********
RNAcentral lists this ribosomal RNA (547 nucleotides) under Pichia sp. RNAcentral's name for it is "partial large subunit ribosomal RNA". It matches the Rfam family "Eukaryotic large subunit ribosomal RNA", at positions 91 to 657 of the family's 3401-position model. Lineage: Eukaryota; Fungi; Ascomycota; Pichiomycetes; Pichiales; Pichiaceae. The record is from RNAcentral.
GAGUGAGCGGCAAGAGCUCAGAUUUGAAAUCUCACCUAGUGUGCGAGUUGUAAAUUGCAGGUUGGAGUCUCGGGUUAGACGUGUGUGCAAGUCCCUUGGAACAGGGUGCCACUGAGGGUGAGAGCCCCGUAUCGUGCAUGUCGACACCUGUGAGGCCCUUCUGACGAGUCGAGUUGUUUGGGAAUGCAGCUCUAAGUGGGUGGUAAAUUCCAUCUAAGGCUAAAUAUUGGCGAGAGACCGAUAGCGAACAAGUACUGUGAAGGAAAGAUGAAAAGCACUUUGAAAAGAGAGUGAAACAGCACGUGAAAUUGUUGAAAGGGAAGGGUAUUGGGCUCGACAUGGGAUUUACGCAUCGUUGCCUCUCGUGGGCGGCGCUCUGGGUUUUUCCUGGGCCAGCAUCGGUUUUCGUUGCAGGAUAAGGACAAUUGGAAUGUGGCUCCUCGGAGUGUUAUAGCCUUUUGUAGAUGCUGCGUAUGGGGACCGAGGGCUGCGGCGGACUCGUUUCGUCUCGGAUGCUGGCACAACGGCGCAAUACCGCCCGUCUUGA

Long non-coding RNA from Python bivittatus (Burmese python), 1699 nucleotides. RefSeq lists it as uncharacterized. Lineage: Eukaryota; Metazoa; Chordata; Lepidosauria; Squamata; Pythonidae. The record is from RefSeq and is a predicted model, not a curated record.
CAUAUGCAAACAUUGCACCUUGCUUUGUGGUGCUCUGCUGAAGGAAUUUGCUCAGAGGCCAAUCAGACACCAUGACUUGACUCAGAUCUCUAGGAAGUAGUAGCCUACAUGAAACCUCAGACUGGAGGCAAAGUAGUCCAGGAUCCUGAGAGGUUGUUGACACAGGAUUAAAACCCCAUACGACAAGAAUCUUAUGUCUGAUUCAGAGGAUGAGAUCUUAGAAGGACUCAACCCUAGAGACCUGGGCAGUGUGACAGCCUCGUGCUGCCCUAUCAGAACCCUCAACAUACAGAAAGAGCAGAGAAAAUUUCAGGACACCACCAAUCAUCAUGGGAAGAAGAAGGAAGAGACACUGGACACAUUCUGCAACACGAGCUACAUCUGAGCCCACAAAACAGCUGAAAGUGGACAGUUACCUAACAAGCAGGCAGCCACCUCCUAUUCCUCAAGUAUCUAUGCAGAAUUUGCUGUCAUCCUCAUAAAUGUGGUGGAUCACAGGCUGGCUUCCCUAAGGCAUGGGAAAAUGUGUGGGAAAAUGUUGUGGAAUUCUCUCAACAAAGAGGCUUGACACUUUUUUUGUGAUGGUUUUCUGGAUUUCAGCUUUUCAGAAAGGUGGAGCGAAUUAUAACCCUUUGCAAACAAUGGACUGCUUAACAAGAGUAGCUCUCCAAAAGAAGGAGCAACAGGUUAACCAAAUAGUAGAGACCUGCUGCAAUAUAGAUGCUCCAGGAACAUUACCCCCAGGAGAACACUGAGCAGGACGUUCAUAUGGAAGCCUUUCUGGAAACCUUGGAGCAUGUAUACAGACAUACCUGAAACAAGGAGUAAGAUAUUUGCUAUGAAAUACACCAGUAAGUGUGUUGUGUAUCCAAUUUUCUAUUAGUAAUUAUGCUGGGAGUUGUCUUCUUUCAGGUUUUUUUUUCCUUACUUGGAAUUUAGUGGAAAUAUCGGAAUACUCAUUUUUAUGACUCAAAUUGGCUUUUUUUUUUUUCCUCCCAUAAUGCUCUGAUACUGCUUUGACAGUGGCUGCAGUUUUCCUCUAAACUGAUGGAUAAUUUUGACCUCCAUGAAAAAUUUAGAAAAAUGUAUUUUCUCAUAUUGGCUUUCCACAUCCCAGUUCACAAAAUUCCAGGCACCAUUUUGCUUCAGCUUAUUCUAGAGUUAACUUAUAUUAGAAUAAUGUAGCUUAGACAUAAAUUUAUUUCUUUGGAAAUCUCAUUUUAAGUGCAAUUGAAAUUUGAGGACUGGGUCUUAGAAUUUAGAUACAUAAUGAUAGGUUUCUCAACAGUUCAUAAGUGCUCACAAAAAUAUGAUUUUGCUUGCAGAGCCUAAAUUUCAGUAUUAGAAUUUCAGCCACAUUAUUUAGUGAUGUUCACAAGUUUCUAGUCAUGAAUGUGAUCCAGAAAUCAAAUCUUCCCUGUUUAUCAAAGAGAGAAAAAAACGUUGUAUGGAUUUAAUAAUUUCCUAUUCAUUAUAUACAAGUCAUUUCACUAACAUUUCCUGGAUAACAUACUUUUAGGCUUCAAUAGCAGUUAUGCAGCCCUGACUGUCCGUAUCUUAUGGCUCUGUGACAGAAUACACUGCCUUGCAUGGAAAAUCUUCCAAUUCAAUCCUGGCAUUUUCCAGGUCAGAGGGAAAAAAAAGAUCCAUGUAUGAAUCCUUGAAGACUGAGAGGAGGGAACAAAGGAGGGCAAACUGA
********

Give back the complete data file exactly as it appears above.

RNAcentral lists this ribosomal RNA (547 nucleotides) under Pichia sp. RNAcentral's name for it is "partial large subunit ribosomal RNA". It matches the Rfam family "Eukaryotic large subunit ribosomal RNA", at positions 91 to 657 of the family's 3401-position model. Lineage: Eukaryota; Fungi; Ascomycota; Pichiomycetes; Pichiales; Pichiaceae. The record is from RNAcentral.
GAGUGAGCGGCAAGAGCUCAGAUUUGAAAUCUCACCUAGUGUGCGAGUUGUAAAUUGCAGGUUGGAGUCUCGGGUUAGACGUGUGUGCAAGUCCCUUGGAACAGGGUGCCACUGAGGGUGAGAGCCCCGUAUCGUGCAUGUCGACACCUGUGAGGCCCUUCUGACGAGUCGAGUUGUUUGGGAAUGCAGCUCUAAGUGGGUGGUAAAUUCCAUCUAAGGCUAAAUAUUGGCGAGAGACCGAUAGCGAACAAGUACUGUGAAGGAAAGAUGAAAAGCACUUUGAAAAGAGAGUGAAACAGCACGUGAAAUUGUUGAAAGGGAAGGGUAUUGGGCUCGACAUGGGAUUUACGCAUCGUUGCCUCUCGUGGGCGGCGCUCUGGGUUUUUCCUGGGCCAGCAUCGGUUUUCGUUGCAGGAUAAGGACAAUUGGAAUGUGGCUCCUCGGAGUGUUAUAGCCUUUUGUAGAUGCUGCGUAUGGGGACCGAGGGCUGCGGCGGACUCGUUUCGUCUCGGAUGCUGGCACAACGGCGCAAUACCGCCCGUCUUGA

Long non-coding RNA from Python bivittatus (Burmese python), 1699 nucleotides. RefSeq lists it as uncharacterized. Lineage: Eukaryota; Metazoa; Chordata; Lepidosauria; Squamata; Pythonidae. The record is from RefSeq and is a predicted model, not a curated record.
CAUAUGCAAACAUUGCACCUUGCUUUGUGGUGCUCUGCUGAAGGAAUUUGCUCAGAGGCCAAUCAGACACCAUGACUUGACUCAGAUCUCUAGGAAGUAGUAGCCUACAUGAAACCUCAGACUGGAGGCAAAGUAGUCCAGGAUCCUGAGAGGUUGUUGACACAGGAUUAAAACCCCAUACGACAAGAAUCUUAUGUCUGAUUCAGAGGAUGAGAUCUUAGAAGGACUCAACCCUAGAGACCUGGGCAGUGUGACAGCCUCGUGCUGCCCUAUCAGAACCCUCAACAUACAGAAAGAGCAGAGAAAAUUUCAGGACACCACCAAUCAUCAUGGGAAGAAGAAGGAAGAGACACUGGACACAUUCUGCAACACGAGCUACAUCUGAGCCCACAAAACAGCUGAAAGUGGACAGUUACCUAACAAGCAGGCAGCCACCUCCUAUUCCUCAAGUAUCUAUGCAGAAUUUGCUGUCAUCCUCAUAAAUGUGGUGGAUCACAGGCUGGCUUCCCUAAGGCAUGGGAAAAUGUGUGGGAAAAUGUUGUGGAAUUCUCUCAACAAAGAGGCUUGACACUUUUUUUGUGAUGGUUUUCUGGAUUUCAGCUUUUCAGAAAGGUGGAGCGAAUUAUAACCCUUUGCAAACAAUGGACUGCUUAACAAGAGUAGCUCUCCAAAAGAAGGAGCAACAGGUUAACCAAAUAGUAGAGACCUGCUGCAAUAUAGAUGCUCCAGGAACAUUACCCCCAGGAGAACACUGAGCAGGACGUUCAUAUGGAAGCCUUUCUGGAAACCUUGGAGCAUGUAUACAGACAUACCUGAAACAAGGAGUAAGAUAUUUGCUAUGAAAUACACCAGUAAGUGUGUUGUGUAUCCAAUUUUCUAUUAGUAAUUAUGCUGGGAGUUGUCUUCUUUCAGGUUUUUUUUUCCUUACUUGGAAUUUAGUGGAAAUAUCGGAAUACUCAUUUUUAUGACUCAAAUUGGCUUUUUUUUUUUUCCUCCCAUAAUGCUCUGAUACUGCUUUGACAGUGGCUGCAGUUUUCCUCUAAACUGAUGGAUAAUUUUGACCUCCAUGAAAAAUUUAGAAAAAUGUAUUUUCUCAUAUUGGCUUUCCACAUCCCAGUUCACAAAAUUCCAGGCACCAUUUUGCUUCAGCUUAUUCUAGAGUUAACUUAUAUUAGAAUAAUGUAGCUUAGACAUAAAUUUAUUUCUUUGGAAAUCUCAUUUUAAGUGCAAUUGAAAUUUGAGGACUGGGUCUUAGAAUUUAGAUACAUAAUGAUAGGUUUCUCAACAGUUCAUAAGUGCUCACAAAAAUAUGAUUUUGCUUGCAGAGCCUAAAUUUCAGUAUUAGAAUUUCAGCCACAUUAUUUAGUGAUGUUCACAAGUUUCUAGUCAUGAAUGUGAUCCAGAAAUCAAAUCUUCCCUGUUUAUCAAAGAGAGAAAAAAACGUUGUAUGGAUUUAAUAAUUUCCUAUUCAUUAUAUACAAGUCAUUUCACUAACAUUUCCUGGAUAACAUACUUUUAGGCUUCAAUAGCAGUUAUGCAGCCCUGACUGUCCGUAUCUUAUGGCUCUGUGACAGAAUACACUGCCUUGCAUGGAAAAUCUUCCAAUUCAAUCCUGGCAUUUUCCAGGUCAGAGGGAAAAAAAAGAUCCAUGUAUGAAUCCUUGAAGACUGAGAGGAGGGAACAAAGGAGGGCAAACUGA